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Psychocutaneous Diseases at a Glance
  • Primarily Psychiatric Disorders
    • Delusional: Delusions of Parasitosis, Body Dysmorphic Disorder.
    • Factitial: Dermatitis Artefacta, Dermatitis Para-Artefacta (Trichotillomania, Skin Picking), Malingering.
    • Somatoform: Body Dysmorphic Disorder, Atypical Pain/burning, Hypochondriasis, Somatization.
    • Obsessive Compulsive Disorders.
  • Affecting approximately 5% of dermatology patients.
  • Variable degree of insight, mostly poor.
  • Mostly self-induced lesions.
  • Poor prognosis if untreated.
  • Quality of life severely deteriorated.

Scientific advances are shedding new light on the understanding and treatment of long-recognized conditions located at the interface of dermatology and psychiatry. Both arising from ectoderm, the skin and the nervous system are connected by more than just their common origins. The skin is one of the major avenues by which humans perceive the world, and, in turn, are perceived by it. When these perceptions go awry, great distress may result. When the skin is markedly affected by a primary dermatologic condition, psychological sequelae in the form of comorbidity often follow, greatly impacting patient quality of life.

The central nervous system (CNS) can influence the health of other organ systems, including the skin. Psychophysiologic mechanisms for this interaction range from the stress responses mediated by neuroadrenal connections and associated changes in immunologic function, to the systemic and local action of various neuropeptides and neurohormones.1,2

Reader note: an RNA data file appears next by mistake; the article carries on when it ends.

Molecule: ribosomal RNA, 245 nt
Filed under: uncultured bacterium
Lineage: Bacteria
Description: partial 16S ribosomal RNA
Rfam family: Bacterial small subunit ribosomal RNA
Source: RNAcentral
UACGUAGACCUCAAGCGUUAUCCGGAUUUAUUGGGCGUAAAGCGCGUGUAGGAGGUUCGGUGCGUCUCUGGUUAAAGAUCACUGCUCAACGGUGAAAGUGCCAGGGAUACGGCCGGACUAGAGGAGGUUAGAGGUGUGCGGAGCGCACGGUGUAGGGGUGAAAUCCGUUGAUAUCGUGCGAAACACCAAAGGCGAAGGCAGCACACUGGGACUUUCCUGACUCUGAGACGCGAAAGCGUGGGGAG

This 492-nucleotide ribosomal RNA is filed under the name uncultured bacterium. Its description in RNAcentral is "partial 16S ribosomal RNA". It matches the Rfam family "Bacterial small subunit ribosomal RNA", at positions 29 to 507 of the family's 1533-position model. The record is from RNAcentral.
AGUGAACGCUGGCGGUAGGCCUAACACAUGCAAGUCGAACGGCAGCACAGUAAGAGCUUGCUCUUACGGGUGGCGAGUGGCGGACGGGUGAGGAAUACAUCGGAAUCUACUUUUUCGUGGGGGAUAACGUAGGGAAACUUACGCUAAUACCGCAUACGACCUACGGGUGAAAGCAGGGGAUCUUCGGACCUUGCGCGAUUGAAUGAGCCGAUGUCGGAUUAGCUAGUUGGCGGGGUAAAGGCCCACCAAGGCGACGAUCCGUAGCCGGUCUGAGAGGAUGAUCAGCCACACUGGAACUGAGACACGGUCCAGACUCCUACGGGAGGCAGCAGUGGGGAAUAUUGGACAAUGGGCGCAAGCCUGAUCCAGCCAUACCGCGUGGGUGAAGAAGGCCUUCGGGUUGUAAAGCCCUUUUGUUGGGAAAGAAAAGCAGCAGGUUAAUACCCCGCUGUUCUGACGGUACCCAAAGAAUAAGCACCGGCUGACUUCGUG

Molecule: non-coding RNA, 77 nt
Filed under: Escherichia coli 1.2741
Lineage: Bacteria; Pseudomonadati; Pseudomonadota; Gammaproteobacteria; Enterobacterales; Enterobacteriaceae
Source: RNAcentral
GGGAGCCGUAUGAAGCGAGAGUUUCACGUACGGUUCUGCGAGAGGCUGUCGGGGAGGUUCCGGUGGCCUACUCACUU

Between 20% and 40% of patients seeking treatment for skin complaints have some type of psychiatric or psychological problem causing or complicating the presenting symptoms.3,4 A large number of these patients lack insight into the possible psychogenic origin of their symptoms and are often reluctant to accept any kind of psychiatric referral. Therefore, in the absence of a psychiatry liaison clinic in the dermatologic setting,4 the dermatologist must be familiar with the most common of these diagnoses, their clinical manifestations (both psychological and dermatologic), and the basic principles of treatment. When approaching these issues, it is important to explore psychiatric, and particularly psychotic, symptoms as well as compliance with medications. Collateral informants such as family members can be quite helpful if the patient grants permission. Lastly, the effects of patient symptoms on familial and social life can be of much assistance in understanding the issues to be addressed.

Following the original description of C. Koblenzer,5 psychocutaneous diseases can be classified on the basis of their primary etiology as:

  • Primary psychogenic disorders, which can present with a variety of symptoms and behaviors, usually characterized by self-injury, that can lead to perceived or actual dermatologic conditions, or
  • Primary dermatologic disorders that can be either triggered or amplified by contextual causes (e.g., life stresses or interpersonal relationships) that may lead to psychiatric comorbidities such as, anxiety, depression, and distress through their impact on physical appearance and well being. In some instances, the psychiatric comorbidities are not merely the result of the detrimental aspects of skin, but are associated to the pathophysiology of the dermatological disease itself. An example of the latter is ...

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